Carnegie Mellon University

The Nexus of Civic Engagement

Together, for good. The Nexus of Civic Engagement, which opened in March 2022, is a physical space on campus and a collective of expertise and resources to support the development and implementation of civic engagement initiatives, strategies and impact on campus, in the local community and beyond. Located on the first floor of the Cohon University Center, the Nexus offers open collaboration spaces for reservations or drop-in traffic.

The Nexus is a place to come together to create positive change and impact in the community and world. Read about how CMU students and community partners are coming together, for good.

Goals of the Nexus include:

  • Launchpoint for involvement in civic engagement activities
  • Centralize connection/starting point for community partners
  • Amplify and expand civic engagement opportunities
  • Drive collaboration and coordination among students, faculty, and staff in support of community-based efforts 
  • Deepen and expand partnerships with community organizations and offer the space as a resource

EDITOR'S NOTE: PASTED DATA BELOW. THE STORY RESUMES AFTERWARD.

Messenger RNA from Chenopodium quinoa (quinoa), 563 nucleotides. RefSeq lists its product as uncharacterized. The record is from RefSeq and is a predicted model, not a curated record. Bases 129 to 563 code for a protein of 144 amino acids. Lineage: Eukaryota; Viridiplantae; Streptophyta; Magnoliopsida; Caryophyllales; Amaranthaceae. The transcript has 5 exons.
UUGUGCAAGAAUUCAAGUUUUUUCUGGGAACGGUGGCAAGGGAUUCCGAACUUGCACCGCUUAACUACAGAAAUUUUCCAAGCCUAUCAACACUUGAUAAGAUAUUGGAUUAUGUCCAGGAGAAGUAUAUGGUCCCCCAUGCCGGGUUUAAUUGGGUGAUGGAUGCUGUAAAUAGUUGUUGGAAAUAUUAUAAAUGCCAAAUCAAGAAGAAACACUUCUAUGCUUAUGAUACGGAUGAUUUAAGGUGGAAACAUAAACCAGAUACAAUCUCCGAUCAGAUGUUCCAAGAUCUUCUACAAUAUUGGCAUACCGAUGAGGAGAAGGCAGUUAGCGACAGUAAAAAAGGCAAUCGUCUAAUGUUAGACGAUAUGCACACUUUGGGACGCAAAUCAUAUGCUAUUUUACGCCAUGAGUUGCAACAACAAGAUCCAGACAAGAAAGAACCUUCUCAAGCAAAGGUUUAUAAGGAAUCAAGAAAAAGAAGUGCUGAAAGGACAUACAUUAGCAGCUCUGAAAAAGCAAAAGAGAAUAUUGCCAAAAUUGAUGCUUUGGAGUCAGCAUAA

• Create a homebase for civic engagement student leaders

Anticipated civic engagement activities and events to host or attend at the Nexus include but are not limited to:

  • Meeting or event with a non-profit, community-based organization, or elected official
  • General body or committee meetings where organizations will be discussing civic engagement topics
  • Staff, committee, or working group meetings about civic engagement topics
  • General discussion, brainstorming, advising, collaboration and dreaming on civic engagement topics
  • Office hours for Campus Civic Engagement Network members and student staff such as PACE
  • Trainings or presentations
  • Lectures or panel discussions
  • Retreats
  • Service projects
  • Art exhibits or advocacy displays
  • Possible service-learning or community-engaged courses, recitations, and Teaching Assistant (TA) office hour

Social Change Wheel

Inspired by the Social Change Wheel 2.0, Carnegie Mellon defines Civic engagement as including, but not limited to:

Volunteering or direct service
Philanthropy or fundraising
Protests and demonstrations
Voter or democratic engagement including legislative work, candidate research, get-out-the-vote efforts
Advocacy and awareness raising efforts including letter writing campaigns, phone banking, etc.
Social innovation and entrepreneurship projects
Deliberative and reflective dialogue such as story circles, issue-based discussions
Community organizing and capacity building including asset mapping, identifying shared interests or priorities, local history projects, and mutual aid coordination
Community and economic development such as partnership with local businesses